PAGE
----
The Americans with Disabilities Act (ADA) of 1990 (amended in 2008) is a bipartisan law that sets accessibility standards that businesses open to the public must follow, so that those with disabilities can work, shop, dine, and play just like any other citizens. Title III of the ADA requires basic necessities like ramps, handicap parking spaces, and doorways wide enough for a wheelchair. Even under current law, the accommodations must not place an “undue burden” on the business, and be “readily achievable“. In other words, the accommodations must be practical and affordable. As result of 27 years of building access equality, these features have become so ubiquitous that it’s easy for anyone to take them for granted. However, the enforcement mechanism that has been in place for nearly three decades is now in jeopardy because of H.R.620 – The ADA Education and Reform Act of 2017, sponsored by Rep. Poe, Ted [R-TX-2].
Currently, if a business does not meet the basic accessibility standards that have been established in the Americans with Disabilities Act (ADA) for 27 years, they can be sued under Title III of the ADA to compel the business to comply with the law. There are no financial penalties — the plaintiffs can’t shake businesses down for money. Businesses in violation of the ADA are only required to bring their property into compliance with the law, and repay the plaintiff’s attorneys fees.
The ADA Education and Reform Act would require the the Department of Justice to set up a new program to educate state and local governments and business owners of their obligations under ADA. However, federally-funded nationwide ADA training, education, and assistance already exists. The education piece is a smokescreen for the reform part of the legislation, which adds more red tape to the process for those requirements to be enforced, while opening loopholes for businesses to avoid compliance and litigation entirely.
Before an ADA Title III lawsuit could be initiated. a disabled person (referred to in the law as an “Agitated Person”) must notify the business of the specific violation, including citing the exact provision of ADA Title III that is being violated. Therefore, an impacted disabled person must either:
After receiving notification, the business would have 60 days to acknowledge the violation, and another 120 days to make “substantial progress” towards remedying the violation. Businesses would have no obligation to be accessible until such a complaint is received. Even then, as the ACLU mentions, this time period could be extended indefinitely, as long as the business claims to continue to be making “substantial progress” towards a remedy, denying people with disabilities their right to obtain a court order to enforce compliance with a 27 year old law.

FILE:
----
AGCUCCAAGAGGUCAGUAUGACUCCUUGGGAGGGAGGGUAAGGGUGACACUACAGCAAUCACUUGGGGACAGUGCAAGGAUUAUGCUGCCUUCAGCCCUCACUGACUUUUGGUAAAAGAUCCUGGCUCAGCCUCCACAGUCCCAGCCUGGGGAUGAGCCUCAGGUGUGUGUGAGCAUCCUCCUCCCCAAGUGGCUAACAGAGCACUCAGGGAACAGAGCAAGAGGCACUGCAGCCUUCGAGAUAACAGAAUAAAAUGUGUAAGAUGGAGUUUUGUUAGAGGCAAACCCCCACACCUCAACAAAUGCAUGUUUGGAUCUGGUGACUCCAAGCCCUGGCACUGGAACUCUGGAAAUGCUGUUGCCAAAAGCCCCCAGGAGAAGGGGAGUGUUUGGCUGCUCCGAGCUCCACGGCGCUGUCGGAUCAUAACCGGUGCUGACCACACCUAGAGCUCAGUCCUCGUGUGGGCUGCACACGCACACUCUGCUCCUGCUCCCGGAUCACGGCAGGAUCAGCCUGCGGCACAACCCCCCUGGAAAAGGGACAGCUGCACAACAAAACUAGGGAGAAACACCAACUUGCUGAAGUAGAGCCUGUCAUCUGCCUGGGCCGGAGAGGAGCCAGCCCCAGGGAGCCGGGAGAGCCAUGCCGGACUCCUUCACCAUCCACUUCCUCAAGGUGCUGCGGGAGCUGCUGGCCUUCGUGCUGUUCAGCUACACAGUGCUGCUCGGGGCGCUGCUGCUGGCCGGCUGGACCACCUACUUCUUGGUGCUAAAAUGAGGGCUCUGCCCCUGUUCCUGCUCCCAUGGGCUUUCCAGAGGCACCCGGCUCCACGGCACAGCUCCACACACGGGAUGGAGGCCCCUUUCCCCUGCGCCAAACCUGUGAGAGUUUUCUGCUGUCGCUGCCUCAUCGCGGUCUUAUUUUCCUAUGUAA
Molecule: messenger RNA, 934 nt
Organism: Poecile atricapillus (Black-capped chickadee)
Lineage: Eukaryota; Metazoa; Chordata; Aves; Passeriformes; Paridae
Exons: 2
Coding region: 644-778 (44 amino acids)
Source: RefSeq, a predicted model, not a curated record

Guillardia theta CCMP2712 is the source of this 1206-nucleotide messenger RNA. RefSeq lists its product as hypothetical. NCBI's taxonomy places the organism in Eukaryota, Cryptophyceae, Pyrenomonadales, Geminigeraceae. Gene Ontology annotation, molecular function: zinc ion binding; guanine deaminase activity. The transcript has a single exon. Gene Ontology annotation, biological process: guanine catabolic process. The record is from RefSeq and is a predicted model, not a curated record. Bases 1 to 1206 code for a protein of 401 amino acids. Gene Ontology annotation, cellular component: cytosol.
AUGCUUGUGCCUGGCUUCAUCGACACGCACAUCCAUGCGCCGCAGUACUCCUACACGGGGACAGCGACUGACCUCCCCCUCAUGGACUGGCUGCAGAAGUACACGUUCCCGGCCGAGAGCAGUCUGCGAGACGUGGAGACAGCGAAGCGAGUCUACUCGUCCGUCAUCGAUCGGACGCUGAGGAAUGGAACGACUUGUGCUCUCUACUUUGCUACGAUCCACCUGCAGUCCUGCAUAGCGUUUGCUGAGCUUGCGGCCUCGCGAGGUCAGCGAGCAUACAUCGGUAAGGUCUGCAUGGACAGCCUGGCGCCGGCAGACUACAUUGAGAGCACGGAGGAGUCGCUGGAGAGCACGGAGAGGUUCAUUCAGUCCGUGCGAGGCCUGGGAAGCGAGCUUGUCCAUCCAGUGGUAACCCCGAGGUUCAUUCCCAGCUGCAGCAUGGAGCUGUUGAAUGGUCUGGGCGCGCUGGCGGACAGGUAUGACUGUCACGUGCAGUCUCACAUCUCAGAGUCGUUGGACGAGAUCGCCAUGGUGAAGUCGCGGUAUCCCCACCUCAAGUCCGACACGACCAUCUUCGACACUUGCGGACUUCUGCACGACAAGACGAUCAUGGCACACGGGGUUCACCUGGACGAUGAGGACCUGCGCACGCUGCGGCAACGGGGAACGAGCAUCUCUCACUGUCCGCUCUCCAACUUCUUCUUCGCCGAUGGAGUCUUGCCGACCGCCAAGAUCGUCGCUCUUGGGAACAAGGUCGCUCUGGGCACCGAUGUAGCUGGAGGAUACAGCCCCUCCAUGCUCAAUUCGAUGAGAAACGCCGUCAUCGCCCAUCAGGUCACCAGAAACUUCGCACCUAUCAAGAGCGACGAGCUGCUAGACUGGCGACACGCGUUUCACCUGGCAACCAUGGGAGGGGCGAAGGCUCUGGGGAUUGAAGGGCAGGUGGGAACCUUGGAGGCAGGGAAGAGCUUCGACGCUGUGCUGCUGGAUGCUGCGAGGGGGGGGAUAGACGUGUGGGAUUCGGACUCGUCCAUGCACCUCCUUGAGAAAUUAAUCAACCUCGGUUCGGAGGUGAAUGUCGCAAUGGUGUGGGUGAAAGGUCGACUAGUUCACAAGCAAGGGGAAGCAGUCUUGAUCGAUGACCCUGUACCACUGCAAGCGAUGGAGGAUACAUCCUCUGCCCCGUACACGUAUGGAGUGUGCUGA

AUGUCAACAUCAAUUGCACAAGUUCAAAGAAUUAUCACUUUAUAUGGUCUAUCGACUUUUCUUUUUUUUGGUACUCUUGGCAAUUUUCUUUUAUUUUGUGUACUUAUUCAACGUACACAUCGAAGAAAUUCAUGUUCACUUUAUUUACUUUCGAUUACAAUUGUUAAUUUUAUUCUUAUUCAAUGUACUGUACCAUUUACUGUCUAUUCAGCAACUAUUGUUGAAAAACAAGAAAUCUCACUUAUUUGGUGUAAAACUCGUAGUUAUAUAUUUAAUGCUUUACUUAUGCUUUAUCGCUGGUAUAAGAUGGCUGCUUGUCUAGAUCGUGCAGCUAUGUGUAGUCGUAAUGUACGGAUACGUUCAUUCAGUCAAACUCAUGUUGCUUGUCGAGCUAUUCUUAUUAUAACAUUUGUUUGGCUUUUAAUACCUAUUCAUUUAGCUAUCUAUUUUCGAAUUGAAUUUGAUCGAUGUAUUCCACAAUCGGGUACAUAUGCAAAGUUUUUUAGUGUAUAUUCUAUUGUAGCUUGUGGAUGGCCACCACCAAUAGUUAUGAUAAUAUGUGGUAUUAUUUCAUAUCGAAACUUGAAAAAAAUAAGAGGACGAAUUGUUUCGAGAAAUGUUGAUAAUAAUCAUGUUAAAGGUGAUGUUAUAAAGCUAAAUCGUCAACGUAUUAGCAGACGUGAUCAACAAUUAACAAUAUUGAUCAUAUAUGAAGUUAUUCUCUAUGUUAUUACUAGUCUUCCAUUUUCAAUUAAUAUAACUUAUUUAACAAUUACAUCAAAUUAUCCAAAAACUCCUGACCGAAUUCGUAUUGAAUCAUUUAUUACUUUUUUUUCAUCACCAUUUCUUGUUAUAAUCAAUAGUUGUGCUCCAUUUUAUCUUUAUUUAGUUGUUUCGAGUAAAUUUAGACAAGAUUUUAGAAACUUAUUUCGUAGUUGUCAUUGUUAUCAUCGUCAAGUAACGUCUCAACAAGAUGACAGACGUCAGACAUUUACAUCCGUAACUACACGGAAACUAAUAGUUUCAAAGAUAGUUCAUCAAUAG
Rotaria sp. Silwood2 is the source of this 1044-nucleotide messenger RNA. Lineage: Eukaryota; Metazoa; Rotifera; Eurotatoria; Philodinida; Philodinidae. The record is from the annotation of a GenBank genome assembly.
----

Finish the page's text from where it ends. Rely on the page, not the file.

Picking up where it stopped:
This offensive legislation would segregate the disability community, making it the only protected class under civil rights law that must rely on “education” — rather than strong enforcement — to guarantee access to public spaces. As the Consortium for Citizens with Disabilities Rights Task Force and other civil rights organizations wrote in opposing this bill, “We know of no other law that outlaws discrimination but permits entities to discriminate with impunity until victims experience that discrimination and educate the entities perpetrating it about their obligations not to discriminate.”
Sen. Tammy Duckworth, U.S Army combat veteran
Call, mail, and/or email your elective representatives, and let them know that you oppose H.R.620 – The ADA Education and Reform Act of 2017. Here are some points to mention:
Transcription of the infographic:
An image of a bright red stop sign with a hand in the middle
STOP the ADA Education and Reform Act
Congress is going to vote soon on the ADA Education and Reform Act (H.R.620)
- The proposed legislation allows businesses to ignore ADA requirements until a notification is sent by a disabled person, undermining the spirit of the ADA
- The proposed legislation denies a person with a disability the right of due process through the courts by allowing businesses to indefinitely delay enforcement of the law
- The proposed legislation shifts the burden of compliance from businesses to the disabled, many of whom do not have the resources to issue a proper notification
- The ADA Network already provides ADA training and education; setting up an additional education program at the Department of Justice is unnecessary and wasteful
Contact your local congress members at:
An image of an ADA logo
This post was last modified on February 12, 2018 1:07 am
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